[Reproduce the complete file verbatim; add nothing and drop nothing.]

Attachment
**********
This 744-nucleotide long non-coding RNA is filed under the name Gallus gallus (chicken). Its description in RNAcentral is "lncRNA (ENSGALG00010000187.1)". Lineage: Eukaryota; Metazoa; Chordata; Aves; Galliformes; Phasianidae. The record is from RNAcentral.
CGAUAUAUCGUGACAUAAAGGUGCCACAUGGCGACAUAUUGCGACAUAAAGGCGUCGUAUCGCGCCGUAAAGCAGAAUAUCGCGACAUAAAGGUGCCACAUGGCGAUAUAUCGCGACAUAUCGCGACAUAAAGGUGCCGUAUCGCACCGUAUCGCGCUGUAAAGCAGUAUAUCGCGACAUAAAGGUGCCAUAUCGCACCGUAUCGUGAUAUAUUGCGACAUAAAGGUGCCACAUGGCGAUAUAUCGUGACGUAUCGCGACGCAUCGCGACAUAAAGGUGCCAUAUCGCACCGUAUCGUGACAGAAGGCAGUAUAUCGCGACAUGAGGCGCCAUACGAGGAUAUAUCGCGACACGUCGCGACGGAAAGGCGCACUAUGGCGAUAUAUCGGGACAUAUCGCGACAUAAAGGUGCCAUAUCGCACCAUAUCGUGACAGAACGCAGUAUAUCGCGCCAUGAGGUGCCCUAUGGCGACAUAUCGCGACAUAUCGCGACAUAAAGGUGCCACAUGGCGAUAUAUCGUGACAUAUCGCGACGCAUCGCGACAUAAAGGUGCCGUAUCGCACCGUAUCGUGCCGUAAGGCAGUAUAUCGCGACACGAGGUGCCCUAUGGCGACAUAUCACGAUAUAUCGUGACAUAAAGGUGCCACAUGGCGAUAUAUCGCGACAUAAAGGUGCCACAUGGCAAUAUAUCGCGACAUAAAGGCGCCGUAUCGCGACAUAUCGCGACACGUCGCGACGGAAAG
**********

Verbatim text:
This 744-nucleotide long non-coding RNA is filed under the name Gallus gallus (chicken). Its description in RNAcentral is "lncRNA (ENSGALG00010000187.1)". Lineage: Eukaryota; Metazoa; Chordata; Aves; Galliformes; Phasianidae. The record is from RNAcentral.
CGAUAUAUCGUGACAUAAAGGUGCCACAUGGCGACAUAUUGCGACAUAAAGGCGUCGUAUCGCGCCGUAAAGCAGAAUAUCGCGACAUAAAGGUGCCACAUGGCGAUAUAUCGCGACAUAUCGCGACAUAAAGGUGCCGUAUCGCACCGUAUCGCGCUGUAAAGCAGUAUAUCGCGACAUAAAGGUGCCAUAUCGCACCGUAUCGUGAUAUAUUGCGACAUAAAGGUGCCACAUGGCGAUAUAUCGUGACGUAUCGCGACGCAUCGCGACAUAAAGGUGCCAUAUCGCACCGUAUCGUGACAGAAGGCAGUAUAUCGCGACAUGAGGCGCCAUACGAGGAUAUAUCGCGACACGUCGCGACGGAAAGGCGCACUAUGGCGAUAUAUCGGGACAUAUCGCGACAUAAAGGUGCCAUAUCGCACCAUAUCGUGACAGAACGCAGUAUAUCGCGCCAUGAGGUGCCCUAUGGCGACAUAUCGCGACAUAUCGCGACAUAAAGGUGCCACAUGGCGAUAUAUCGUGACAUAUCGCGACGCAUCGCGACAUAAAGGUGCCGUAUCGCACCGUAUCGUGCCGUAAGGCAGUAUAUCGCGACACGAGGUGCCCUAUGGCGACAUAUCACGAUAUAUCGUGACAUAAAGGUGCCACAUGGCGAUAUAUCGCGACAUAAAGGUGCCACAUGGCAAUAUAUCGCGACAUAAAGGCGCCGUAUCGCGACAUAUCGCGACACGUCGCGACGGAAAG